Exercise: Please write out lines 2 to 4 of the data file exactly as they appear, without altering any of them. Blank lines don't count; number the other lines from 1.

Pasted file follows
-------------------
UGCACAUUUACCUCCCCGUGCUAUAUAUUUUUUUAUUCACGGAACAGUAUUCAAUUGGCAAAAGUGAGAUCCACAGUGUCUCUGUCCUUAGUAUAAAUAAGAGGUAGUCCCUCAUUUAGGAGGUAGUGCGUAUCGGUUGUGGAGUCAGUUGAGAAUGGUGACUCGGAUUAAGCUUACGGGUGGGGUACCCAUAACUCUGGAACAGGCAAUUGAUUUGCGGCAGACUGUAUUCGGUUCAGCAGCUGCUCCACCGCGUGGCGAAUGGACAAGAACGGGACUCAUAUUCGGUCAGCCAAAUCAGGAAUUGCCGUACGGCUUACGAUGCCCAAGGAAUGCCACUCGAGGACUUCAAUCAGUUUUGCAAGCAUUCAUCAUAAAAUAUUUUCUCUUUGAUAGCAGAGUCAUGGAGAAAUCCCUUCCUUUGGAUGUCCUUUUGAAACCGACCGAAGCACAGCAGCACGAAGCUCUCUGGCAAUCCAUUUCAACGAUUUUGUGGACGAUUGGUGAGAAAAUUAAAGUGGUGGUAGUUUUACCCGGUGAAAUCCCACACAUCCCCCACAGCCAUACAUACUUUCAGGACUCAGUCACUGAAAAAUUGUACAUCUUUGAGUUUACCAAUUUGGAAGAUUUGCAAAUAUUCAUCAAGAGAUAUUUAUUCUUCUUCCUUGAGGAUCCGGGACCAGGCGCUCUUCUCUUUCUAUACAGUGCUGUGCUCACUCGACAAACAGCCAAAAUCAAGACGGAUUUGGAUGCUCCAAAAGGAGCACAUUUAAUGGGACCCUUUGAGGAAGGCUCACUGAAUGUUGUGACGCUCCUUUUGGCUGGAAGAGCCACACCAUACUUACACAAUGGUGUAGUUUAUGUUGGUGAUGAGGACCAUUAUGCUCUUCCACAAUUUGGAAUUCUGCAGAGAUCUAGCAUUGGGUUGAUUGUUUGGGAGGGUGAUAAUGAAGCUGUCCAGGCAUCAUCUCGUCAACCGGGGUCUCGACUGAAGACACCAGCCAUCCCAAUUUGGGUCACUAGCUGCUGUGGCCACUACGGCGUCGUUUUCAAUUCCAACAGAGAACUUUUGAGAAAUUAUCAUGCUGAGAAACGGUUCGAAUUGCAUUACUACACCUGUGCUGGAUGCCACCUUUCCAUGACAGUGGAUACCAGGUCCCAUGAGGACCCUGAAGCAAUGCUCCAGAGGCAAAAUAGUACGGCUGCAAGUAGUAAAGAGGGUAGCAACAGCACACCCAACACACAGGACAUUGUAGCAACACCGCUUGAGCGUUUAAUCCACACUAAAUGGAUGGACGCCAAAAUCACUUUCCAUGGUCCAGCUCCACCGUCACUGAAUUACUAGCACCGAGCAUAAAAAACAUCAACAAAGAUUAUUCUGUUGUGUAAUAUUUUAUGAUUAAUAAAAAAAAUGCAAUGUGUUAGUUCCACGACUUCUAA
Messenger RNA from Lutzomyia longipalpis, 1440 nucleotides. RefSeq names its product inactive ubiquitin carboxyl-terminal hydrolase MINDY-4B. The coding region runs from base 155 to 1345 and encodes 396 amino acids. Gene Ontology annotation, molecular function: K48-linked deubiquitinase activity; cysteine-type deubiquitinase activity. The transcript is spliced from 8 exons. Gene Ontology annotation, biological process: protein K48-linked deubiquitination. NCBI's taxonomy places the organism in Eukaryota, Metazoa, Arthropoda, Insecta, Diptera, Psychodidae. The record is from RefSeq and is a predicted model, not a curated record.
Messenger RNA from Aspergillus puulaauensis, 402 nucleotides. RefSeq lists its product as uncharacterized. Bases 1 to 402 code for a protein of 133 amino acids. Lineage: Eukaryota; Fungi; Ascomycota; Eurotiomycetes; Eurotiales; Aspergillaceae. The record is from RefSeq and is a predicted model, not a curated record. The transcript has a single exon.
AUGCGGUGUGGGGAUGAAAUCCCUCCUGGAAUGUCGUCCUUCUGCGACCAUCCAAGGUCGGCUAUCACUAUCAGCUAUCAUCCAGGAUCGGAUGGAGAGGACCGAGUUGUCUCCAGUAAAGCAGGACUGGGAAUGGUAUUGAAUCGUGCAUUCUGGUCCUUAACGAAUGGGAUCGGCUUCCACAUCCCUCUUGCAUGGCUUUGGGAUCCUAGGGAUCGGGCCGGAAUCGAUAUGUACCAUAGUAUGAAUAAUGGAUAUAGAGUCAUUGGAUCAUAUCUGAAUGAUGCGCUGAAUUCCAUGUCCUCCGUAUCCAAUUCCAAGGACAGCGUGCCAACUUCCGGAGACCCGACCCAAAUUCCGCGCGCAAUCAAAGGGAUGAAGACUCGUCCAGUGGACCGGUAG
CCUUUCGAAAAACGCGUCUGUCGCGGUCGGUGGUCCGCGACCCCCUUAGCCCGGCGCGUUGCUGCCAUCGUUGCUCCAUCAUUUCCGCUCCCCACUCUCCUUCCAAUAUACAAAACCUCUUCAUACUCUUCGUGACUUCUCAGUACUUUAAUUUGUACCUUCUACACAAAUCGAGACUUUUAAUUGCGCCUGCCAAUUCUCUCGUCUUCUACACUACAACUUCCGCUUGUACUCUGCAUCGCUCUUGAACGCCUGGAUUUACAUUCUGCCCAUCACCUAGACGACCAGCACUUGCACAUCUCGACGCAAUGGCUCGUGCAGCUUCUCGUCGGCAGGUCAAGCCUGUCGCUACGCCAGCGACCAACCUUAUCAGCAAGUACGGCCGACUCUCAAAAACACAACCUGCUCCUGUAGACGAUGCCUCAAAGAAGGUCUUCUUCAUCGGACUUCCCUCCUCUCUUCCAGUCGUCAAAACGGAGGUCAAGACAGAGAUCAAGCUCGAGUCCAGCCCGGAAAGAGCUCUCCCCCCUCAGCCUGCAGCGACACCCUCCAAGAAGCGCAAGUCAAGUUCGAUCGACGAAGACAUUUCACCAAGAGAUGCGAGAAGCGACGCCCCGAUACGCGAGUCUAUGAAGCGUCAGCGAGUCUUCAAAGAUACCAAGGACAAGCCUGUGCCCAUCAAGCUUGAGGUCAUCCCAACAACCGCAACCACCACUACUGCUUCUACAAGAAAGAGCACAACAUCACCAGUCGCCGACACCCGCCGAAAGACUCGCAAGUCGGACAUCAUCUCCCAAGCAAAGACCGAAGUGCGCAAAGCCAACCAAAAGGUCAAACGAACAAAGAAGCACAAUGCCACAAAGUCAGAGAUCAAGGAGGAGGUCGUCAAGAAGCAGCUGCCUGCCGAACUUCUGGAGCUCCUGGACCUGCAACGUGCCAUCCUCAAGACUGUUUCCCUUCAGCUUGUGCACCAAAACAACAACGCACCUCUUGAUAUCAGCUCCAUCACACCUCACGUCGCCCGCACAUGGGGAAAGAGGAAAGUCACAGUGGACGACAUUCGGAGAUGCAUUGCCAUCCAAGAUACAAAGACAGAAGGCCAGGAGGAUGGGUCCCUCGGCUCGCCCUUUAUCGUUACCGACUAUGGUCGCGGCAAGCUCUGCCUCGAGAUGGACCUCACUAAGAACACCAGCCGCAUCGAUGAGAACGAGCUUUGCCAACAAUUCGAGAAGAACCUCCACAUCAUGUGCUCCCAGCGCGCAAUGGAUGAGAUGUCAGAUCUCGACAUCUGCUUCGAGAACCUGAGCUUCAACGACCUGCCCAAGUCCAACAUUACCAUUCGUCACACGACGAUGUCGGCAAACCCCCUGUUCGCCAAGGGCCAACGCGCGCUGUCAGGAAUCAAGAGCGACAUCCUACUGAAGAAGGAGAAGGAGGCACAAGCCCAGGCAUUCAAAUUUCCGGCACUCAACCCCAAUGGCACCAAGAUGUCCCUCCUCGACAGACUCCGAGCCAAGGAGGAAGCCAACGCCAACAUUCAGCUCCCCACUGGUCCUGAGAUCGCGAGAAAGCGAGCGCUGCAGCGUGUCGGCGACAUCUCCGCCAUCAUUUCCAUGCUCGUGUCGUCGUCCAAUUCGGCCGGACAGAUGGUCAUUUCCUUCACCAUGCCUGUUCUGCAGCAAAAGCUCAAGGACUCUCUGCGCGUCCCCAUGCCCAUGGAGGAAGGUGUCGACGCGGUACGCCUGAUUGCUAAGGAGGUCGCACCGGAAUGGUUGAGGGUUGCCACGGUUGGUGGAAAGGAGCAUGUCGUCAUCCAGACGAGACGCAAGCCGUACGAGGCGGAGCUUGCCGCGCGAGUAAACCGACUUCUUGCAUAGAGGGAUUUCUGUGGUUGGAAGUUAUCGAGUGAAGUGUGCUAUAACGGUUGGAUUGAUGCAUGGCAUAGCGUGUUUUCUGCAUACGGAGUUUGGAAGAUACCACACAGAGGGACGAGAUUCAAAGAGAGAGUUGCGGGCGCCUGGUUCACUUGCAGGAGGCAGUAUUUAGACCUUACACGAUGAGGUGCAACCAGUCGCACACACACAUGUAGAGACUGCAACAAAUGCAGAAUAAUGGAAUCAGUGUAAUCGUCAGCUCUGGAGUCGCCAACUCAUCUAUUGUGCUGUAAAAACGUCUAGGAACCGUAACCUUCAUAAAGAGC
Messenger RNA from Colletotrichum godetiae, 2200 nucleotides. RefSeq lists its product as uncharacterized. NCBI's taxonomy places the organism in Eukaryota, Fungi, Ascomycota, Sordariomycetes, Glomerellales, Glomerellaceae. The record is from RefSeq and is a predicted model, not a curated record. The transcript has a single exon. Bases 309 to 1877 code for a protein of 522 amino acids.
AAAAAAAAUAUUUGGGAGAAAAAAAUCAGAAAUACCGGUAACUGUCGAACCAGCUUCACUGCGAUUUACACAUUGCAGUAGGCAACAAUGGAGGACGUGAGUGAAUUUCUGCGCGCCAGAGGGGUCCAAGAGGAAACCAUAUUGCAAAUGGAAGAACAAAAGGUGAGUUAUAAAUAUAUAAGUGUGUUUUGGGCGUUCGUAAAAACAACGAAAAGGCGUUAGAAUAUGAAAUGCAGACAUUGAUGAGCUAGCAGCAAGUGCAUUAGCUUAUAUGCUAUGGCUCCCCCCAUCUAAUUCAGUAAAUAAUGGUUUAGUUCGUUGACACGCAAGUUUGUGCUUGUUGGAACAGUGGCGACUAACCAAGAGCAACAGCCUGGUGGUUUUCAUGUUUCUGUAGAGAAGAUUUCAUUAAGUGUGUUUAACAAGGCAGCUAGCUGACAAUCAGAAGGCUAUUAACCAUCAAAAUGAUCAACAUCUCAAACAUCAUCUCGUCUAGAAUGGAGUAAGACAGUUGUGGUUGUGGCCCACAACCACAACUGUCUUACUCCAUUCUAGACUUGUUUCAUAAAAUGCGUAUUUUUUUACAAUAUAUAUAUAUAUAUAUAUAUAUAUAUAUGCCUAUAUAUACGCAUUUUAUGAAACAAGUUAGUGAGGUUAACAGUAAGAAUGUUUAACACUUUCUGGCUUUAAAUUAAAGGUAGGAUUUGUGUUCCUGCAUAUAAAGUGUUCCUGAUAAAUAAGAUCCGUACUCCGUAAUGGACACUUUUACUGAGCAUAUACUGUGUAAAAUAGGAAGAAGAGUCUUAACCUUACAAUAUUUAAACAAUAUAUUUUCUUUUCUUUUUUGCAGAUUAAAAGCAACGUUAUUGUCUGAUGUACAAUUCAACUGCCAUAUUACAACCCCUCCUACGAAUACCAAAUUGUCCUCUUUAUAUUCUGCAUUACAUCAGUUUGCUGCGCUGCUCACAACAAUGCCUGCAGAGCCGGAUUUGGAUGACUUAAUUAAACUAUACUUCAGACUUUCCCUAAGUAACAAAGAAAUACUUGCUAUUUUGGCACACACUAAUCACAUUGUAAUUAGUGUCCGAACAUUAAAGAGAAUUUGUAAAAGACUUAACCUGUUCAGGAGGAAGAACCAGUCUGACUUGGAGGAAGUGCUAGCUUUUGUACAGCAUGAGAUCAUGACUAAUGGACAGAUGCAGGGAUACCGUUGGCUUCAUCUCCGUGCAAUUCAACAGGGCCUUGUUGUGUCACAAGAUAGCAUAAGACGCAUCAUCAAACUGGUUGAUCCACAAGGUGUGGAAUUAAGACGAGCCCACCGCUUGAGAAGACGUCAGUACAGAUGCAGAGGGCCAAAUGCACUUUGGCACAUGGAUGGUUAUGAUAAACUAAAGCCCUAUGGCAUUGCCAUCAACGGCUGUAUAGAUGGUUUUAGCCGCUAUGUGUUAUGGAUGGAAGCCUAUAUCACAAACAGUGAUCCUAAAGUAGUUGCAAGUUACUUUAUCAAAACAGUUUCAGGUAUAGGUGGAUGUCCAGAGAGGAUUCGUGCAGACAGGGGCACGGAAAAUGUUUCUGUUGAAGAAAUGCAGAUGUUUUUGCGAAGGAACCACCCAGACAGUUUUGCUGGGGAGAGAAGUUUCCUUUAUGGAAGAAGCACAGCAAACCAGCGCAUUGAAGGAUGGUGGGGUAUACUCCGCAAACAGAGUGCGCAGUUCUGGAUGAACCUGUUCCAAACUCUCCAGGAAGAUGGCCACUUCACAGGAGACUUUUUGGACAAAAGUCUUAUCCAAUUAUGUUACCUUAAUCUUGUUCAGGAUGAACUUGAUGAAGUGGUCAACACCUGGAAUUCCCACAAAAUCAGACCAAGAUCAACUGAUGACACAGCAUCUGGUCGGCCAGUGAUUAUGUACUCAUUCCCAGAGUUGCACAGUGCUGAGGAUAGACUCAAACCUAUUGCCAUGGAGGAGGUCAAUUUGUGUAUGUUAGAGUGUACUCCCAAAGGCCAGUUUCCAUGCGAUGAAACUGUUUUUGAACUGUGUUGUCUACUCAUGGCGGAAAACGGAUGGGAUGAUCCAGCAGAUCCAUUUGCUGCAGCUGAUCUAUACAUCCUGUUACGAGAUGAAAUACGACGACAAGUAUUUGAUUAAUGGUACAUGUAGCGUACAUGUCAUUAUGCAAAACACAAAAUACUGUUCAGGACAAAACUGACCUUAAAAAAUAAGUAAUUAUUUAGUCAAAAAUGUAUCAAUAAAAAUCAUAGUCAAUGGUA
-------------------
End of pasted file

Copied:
Messenger RNA from Lutzomyia longipalpis, 1440 nucleotides. RefSeq names its product inactive ubiquitin carboxyl-terminal hydrolase MINDY-4B. The coding region runs from base 155 to 1345 and encodes 396 amino acids. Gene Ontology annotation, molecular function: K48-linked deubiquitinase activity; cysteine-type deubiquitinase activity. The transcript is spliced from 8 exons. Gene Ontology annotation, biological process: protein K48-linked deubiquitination. NCBI's taxonomy places the organism in Eukaryota, Metazoa, Arthropoda, Insecta, Diptera, Psychodidae. The record is from RefSeq and is a predicted model, not a curated record.
Messenger RNA from Aspergillus puulaauensis, 402 nucleotides. RefSeq lists its product as uncharacterized. Bases 1 to 402 code for a protein of 133 amino acids. Lineage: Eukaryota; Fungi; Ascomycota; Eurotiomycetes; Eurotiales; Aspergillaceae. The record is from RefSeq and is a predicted model, not a curated record. The transcript has a single exon.
AUGCGGUGUGGGGAUGAAAUCCCUCCUGGAAUGUCGUCCUUCUGCGACCAUCCAAGGUCGGCUAUCACUAUCAGCUAUCAUCCAGGAUCGGAUGGAGAGGACCGAGUUGUCUCCAGUAAAGCAGGACUGGGAAUGGUAUUGAAUCGUGCAUUCUGGUCCUUAACGAAUGGGAUCGGCUUCCACAUCCCUCUUGCAUGGCUUUGGGAUCCUAGGGAUCGGGCCGGAAUCGAUAUGUACCAUAGUAUGAAUAAUGGAUAUAGAGUCAUUGGAUCAUAUCUGAAUGAUGCGCUGAAUUCCAUGUCCUCCGUAUCCAAUUCCAAGGACAGCGUGCCAACUUCCGGAGACCCGACCCAAAUUCCGCGCGCAAUCAAAGGGAUGAAGACUCGUCCAGUGGACCGGUAG